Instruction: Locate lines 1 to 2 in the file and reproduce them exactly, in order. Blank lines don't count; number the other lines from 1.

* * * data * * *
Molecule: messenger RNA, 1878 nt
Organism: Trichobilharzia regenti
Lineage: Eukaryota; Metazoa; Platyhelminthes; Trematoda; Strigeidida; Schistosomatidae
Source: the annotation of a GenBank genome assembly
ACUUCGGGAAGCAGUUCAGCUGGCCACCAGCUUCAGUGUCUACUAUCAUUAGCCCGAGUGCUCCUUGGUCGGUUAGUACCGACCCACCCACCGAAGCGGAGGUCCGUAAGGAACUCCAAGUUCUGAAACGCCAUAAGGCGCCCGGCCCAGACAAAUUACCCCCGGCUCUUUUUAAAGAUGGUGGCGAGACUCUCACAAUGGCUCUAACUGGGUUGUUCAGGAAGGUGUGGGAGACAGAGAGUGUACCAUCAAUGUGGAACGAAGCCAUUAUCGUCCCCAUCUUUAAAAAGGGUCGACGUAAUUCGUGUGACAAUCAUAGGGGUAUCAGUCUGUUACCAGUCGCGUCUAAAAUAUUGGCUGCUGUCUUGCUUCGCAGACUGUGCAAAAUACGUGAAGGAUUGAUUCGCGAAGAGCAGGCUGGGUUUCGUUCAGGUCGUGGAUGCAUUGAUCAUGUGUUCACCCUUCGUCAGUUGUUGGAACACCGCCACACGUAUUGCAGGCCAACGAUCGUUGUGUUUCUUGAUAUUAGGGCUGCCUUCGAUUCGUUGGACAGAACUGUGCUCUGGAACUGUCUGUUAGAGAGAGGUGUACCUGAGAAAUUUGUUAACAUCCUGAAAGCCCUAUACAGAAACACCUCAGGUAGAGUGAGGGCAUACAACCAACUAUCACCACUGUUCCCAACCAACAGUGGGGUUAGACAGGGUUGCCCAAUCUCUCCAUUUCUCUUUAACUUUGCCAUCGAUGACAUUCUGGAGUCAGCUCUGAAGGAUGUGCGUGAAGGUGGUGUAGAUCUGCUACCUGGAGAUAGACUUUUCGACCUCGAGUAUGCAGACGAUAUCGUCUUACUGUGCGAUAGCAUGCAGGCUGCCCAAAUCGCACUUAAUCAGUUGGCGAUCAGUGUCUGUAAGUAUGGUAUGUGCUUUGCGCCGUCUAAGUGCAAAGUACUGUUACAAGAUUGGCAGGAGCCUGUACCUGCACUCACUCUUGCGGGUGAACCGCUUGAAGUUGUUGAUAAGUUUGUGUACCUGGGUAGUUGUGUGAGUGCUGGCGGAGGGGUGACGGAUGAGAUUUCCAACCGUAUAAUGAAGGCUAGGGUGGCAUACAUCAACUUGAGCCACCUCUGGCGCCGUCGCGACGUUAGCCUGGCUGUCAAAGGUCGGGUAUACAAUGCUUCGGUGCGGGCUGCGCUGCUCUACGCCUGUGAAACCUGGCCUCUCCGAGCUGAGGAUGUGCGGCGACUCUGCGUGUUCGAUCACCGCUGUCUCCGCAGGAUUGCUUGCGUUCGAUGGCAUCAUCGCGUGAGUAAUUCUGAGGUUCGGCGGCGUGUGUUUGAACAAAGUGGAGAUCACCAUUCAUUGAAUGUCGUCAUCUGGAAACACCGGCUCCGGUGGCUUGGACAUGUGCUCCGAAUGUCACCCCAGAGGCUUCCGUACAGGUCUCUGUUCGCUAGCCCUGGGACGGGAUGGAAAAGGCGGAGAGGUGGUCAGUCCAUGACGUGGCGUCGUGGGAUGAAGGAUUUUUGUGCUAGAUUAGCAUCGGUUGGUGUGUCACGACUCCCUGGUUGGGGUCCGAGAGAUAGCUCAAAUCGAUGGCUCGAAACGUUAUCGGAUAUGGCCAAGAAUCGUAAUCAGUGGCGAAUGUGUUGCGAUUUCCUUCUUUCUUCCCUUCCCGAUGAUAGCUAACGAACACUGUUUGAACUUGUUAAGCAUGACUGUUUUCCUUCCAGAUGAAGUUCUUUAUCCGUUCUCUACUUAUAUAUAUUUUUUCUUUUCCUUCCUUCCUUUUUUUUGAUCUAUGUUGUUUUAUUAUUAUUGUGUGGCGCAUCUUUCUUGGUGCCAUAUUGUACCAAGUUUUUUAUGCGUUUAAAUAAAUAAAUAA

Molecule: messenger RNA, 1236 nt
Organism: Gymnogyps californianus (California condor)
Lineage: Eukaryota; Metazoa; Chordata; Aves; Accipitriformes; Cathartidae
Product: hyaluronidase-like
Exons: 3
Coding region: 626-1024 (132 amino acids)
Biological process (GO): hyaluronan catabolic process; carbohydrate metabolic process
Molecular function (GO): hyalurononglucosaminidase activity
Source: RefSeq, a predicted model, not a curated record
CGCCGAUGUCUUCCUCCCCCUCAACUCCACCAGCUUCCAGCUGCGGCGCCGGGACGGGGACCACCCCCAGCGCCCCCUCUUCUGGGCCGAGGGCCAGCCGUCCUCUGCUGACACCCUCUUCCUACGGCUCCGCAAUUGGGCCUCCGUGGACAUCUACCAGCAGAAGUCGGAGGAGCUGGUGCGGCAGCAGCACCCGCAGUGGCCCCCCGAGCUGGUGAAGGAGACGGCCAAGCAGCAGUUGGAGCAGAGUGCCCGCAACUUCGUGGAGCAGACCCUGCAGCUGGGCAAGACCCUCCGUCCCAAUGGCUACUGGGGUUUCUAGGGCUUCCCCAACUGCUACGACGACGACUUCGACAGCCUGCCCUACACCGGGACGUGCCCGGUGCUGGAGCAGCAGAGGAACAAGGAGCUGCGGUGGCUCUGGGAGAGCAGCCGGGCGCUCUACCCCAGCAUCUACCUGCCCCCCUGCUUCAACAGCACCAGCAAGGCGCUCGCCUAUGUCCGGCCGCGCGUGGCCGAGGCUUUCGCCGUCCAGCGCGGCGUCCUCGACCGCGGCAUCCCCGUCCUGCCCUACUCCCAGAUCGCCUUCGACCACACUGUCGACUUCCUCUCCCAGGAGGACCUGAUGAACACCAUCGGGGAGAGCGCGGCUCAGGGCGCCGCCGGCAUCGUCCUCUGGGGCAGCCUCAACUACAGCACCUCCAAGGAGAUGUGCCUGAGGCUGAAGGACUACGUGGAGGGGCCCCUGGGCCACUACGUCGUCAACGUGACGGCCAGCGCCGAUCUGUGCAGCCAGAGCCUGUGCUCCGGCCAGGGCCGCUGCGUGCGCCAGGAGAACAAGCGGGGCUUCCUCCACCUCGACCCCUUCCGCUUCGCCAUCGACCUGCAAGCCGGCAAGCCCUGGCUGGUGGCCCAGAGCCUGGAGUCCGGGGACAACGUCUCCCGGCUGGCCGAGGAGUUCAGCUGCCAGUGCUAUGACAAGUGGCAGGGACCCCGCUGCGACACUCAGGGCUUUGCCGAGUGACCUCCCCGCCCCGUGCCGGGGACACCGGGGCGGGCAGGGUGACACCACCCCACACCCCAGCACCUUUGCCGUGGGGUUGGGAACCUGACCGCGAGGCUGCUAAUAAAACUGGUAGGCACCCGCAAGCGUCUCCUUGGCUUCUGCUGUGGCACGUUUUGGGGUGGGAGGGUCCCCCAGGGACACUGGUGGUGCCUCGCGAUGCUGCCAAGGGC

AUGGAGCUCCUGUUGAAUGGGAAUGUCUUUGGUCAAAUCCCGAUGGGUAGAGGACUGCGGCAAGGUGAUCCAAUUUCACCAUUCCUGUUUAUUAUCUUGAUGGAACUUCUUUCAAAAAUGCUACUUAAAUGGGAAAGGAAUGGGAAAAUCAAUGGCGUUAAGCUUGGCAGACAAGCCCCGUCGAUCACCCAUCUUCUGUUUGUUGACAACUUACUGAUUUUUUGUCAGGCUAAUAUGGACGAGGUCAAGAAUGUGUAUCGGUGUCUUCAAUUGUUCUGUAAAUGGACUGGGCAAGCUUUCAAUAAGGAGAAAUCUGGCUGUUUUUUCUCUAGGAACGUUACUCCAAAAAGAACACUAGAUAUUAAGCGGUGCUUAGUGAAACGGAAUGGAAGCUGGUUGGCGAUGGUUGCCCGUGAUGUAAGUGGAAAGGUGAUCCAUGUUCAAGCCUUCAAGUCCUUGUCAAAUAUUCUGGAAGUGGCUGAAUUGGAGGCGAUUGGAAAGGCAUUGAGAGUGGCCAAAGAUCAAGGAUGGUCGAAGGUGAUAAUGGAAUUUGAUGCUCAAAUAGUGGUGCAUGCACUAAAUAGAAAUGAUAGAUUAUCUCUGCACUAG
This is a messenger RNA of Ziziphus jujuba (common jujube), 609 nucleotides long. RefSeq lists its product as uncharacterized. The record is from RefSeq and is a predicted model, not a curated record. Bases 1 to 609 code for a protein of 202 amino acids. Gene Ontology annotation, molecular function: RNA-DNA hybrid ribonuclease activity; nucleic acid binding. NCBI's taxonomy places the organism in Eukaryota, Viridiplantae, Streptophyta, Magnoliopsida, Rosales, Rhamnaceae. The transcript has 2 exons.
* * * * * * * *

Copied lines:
Molecule: messenger RNA, 1878 nt
Organism: Trichobilharzia regenti